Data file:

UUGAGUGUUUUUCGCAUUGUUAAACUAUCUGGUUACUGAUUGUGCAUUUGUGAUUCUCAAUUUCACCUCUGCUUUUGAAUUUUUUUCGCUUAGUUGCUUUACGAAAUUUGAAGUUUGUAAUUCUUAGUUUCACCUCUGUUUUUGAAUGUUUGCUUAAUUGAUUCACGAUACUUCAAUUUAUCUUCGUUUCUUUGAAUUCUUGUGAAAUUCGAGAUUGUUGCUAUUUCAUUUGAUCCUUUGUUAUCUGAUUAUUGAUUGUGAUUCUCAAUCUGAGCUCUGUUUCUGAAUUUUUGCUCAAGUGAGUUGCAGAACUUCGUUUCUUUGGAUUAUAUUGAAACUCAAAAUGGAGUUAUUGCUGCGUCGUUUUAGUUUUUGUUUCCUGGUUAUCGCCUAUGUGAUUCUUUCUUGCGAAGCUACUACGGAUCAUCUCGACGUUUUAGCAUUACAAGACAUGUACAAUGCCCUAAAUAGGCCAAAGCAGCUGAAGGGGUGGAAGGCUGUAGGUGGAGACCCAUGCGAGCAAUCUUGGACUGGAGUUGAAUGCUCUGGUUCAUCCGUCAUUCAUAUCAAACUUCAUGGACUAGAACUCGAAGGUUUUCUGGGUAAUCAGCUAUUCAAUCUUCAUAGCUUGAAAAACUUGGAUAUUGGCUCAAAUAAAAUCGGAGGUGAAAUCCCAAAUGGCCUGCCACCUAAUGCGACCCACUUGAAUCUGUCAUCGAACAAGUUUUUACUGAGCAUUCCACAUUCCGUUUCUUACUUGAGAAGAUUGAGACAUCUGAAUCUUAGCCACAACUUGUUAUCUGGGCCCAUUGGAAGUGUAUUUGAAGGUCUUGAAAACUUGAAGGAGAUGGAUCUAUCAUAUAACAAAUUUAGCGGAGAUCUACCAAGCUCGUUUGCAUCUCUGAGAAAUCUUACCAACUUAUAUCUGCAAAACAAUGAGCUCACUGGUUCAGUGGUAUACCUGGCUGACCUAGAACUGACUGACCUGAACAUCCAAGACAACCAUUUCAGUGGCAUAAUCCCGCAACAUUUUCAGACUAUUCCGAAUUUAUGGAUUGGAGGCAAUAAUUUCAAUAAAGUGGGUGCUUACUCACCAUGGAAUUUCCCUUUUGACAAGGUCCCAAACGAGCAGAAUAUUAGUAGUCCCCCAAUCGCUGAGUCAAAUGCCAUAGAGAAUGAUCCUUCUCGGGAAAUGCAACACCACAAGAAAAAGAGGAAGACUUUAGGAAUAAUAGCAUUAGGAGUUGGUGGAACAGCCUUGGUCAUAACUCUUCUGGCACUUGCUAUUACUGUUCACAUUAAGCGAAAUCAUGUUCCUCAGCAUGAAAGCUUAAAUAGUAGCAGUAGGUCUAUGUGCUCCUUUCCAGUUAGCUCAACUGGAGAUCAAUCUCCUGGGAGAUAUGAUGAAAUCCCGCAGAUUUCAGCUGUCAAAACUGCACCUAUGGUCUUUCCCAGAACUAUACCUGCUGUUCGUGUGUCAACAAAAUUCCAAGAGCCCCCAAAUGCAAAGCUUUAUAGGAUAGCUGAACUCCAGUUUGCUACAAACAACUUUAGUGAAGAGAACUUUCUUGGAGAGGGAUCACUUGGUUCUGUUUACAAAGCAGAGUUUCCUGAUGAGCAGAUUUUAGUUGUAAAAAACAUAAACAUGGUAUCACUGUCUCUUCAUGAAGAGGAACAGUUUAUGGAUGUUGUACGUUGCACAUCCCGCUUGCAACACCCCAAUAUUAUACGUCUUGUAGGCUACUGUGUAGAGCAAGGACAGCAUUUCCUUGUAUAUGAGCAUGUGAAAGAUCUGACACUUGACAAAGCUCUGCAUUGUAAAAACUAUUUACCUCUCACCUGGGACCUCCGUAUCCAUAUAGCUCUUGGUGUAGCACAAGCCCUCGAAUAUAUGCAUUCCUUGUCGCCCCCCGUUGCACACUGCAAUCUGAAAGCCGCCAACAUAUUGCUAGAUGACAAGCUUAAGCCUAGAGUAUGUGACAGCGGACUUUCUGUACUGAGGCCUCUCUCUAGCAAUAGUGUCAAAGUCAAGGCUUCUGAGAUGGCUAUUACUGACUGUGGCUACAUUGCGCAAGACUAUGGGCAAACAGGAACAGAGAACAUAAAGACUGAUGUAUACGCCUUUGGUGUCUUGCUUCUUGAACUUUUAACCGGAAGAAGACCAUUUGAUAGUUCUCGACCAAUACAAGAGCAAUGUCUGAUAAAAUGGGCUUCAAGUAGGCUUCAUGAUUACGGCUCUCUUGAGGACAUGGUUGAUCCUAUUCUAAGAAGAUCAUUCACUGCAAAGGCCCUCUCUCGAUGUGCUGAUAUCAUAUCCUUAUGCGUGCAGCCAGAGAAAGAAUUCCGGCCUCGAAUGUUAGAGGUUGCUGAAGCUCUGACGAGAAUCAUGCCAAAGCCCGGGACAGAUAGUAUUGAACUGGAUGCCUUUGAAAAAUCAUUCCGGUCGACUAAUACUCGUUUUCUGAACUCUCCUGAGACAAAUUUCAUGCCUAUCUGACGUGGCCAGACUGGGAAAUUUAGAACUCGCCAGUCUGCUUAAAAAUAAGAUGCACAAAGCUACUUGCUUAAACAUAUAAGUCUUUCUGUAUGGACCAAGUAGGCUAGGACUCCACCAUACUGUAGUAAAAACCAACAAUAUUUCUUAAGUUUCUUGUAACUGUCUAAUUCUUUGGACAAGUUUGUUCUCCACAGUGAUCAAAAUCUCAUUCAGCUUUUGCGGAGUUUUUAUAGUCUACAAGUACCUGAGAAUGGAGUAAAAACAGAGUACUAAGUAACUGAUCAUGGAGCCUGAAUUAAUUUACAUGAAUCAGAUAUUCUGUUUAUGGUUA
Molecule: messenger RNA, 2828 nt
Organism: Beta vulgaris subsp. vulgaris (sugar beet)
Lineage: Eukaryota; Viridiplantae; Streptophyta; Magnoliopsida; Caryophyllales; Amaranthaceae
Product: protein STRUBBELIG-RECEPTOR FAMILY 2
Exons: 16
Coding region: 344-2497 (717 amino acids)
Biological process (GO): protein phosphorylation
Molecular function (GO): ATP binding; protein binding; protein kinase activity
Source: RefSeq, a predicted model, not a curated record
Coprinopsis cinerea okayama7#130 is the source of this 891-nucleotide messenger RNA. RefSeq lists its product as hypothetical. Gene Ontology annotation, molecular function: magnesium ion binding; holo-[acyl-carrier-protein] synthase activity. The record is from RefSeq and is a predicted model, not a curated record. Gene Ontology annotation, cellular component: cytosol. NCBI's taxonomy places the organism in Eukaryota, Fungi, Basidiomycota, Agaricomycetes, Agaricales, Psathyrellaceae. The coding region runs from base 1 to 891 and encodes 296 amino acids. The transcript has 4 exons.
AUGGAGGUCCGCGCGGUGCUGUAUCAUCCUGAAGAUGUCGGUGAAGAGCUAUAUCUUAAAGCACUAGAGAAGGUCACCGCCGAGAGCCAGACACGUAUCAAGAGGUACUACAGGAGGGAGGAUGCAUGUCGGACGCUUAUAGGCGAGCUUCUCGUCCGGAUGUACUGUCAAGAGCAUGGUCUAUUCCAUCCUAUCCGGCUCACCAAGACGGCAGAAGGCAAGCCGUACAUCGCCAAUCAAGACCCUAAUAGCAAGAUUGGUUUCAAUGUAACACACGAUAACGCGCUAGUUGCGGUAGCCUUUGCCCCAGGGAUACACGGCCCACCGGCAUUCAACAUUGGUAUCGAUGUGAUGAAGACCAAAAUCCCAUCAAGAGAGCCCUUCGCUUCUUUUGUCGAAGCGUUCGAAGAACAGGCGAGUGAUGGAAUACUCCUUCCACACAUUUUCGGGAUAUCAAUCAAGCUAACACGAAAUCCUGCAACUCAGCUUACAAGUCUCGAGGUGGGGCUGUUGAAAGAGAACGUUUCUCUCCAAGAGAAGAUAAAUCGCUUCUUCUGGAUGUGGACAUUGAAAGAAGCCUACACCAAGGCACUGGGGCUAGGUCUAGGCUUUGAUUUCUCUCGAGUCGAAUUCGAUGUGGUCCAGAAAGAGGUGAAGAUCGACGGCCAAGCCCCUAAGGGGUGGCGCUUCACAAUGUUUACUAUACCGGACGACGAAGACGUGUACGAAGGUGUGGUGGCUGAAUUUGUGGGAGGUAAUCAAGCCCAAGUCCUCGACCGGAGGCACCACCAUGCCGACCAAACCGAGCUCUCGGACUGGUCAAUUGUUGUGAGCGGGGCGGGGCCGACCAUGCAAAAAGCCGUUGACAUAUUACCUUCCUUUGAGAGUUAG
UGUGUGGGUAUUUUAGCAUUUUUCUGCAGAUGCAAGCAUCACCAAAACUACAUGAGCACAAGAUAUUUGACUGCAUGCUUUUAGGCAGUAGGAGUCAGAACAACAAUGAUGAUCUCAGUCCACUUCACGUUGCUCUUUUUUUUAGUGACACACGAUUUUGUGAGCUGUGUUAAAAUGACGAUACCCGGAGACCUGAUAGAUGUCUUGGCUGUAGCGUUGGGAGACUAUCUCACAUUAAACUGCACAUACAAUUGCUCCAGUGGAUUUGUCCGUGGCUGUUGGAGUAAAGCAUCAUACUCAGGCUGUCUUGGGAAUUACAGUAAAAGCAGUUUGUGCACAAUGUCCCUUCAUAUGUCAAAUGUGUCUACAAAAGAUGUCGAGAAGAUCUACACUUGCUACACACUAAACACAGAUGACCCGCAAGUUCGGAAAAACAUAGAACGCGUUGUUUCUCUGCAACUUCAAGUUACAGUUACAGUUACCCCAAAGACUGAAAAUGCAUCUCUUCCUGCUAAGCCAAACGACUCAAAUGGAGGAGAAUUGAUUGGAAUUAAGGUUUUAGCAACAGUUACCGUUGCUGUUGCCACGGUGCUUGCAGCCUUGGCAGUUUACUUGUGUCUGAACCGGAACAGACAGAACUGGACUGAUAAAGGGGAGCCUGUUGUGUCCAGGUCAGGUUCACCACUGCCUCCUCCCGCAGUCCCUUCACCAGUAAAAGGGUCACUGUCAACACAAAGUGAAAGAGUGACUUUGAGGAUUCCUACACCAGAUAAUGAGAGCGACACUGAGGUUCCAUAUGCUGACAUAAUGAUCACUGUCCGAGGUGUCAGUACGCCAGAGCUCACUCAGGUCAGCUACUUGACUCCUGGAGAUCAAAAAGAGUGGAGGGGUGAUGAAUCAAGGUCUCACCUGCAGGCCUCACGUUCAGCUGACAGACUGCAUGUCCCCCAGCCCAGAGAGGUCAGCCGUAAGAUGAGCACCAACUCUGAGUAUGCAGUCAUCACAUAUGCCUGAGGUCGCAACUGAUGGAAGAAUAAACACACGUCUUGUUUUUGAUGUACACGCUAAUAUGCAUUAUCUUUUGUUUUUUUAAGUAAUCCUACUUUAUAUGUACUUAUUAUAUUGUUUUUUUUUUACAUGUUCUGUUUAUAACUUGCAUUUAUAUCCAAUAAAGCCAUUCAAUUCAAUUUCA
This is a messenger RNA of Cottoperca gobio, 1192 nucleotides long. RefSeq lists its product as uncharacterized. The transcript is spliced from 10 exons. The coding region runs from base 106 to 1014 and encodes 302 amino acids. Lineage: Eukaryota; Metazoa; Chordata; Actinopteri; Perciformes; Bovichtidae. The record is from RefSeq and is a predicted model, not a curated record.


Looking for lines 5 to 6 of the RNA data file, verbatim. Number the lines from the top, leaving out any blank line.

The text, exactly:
Product: protein STRUBBELIG-RECEPTOR FAMILY 2
Exons: 16